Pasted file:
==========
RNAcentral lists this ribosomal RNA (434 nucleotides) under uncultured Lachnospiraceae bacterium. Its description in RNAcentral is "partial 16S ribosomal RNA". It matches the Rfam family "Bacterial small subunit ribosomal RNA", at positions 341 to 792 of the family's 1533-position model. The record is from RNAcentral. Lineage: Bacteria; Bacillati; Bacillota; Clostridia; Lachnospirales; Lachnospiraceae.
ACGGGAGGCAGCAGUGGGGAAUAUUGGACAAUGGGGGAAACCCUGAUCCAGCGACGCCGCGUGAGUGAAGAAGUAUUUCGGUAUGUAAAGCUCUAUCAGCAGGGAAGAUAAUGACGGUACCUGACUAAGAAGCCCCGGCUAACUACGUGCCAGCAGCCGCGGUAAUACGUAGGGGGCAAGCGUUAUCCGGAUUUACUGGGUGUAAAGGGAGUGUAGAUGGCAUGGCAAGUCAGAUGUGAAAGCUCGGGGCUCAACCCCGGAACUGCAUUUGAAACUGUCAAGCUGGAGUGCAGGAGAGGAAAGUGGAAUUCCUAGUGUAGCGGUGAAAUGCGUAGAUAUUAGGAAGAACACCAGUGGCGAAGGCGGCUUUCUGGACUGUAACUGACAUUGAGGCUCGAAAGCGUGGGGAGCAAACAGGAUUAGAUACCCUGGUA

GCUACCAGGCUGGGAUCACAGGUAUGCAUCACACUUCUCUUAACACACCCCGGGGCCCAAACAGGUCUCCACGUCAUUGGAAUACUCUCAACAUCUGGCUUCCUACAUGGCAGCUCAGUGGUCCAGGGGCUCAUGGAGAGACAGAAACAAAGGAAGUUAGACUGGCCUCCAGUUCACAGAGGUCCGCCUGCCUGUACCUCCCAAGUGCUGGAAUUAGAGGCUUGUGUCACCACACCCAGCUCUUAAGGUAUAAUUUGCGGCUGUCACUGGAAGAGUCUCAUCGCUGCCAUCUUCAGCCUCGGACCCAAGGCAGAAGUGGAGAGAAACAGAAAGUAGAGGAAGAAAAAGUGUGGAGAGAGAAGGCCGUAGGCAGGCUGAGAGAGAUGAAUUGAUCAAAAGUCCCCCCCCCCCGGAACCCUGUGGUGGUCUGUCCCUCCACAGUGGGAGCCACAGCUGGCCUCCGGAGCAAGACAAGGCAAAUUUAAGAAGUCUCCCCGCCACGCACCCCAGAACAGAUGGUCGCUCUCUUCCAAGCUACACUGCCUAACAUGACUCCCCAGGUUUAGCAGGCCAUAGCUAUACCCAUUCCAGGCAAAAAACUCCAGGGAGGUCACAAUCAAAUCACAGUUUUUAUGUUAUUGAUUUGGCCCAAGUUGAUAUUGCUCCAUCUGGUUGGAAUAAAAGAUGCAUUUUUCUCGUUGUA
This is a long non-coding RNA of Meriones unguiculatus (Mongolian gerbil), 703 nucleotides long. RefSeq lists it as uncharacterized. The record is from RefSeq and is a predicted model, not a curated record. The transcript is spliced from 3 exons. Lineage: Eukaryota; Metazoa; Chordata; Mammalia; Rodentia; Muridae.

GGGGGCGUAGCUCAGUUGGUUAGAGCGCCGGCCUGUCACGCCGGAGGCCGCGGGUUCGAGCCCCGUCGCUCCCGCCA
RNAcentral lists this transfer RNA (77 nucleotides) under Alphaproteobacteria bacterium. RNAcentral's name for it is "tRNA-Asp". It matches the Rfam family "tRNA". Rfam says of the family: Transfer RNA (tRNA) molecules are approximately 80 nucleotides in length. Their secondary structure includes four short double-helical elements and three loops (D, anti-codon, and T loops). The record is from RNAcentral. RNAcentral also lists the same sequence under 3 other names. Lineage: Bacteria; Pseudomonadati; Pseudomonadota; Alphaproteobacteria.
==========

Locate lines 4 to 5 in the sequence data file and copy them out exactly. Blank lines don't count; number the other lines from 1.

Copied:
This is a long non-coding RNA of Meriones unguiculatus (Mongolian gerbil), 703 nucleotides long. RefSeq lists it as uncharacterized. The record is from RefSeq and is a predicted model, not a curated record. The transcript is spliced from 3 exons. Lineage: Eukaryota; Metazoa; Chordata; Mammalia; Rodentia; Muridae.

GGGGGCGUAGCUCAGUUGGUUAGAGCGCCGGCCUGUCACGCCGGAGGCCGCGGGUUCGAGCCCCGUCGCUCCCGCCA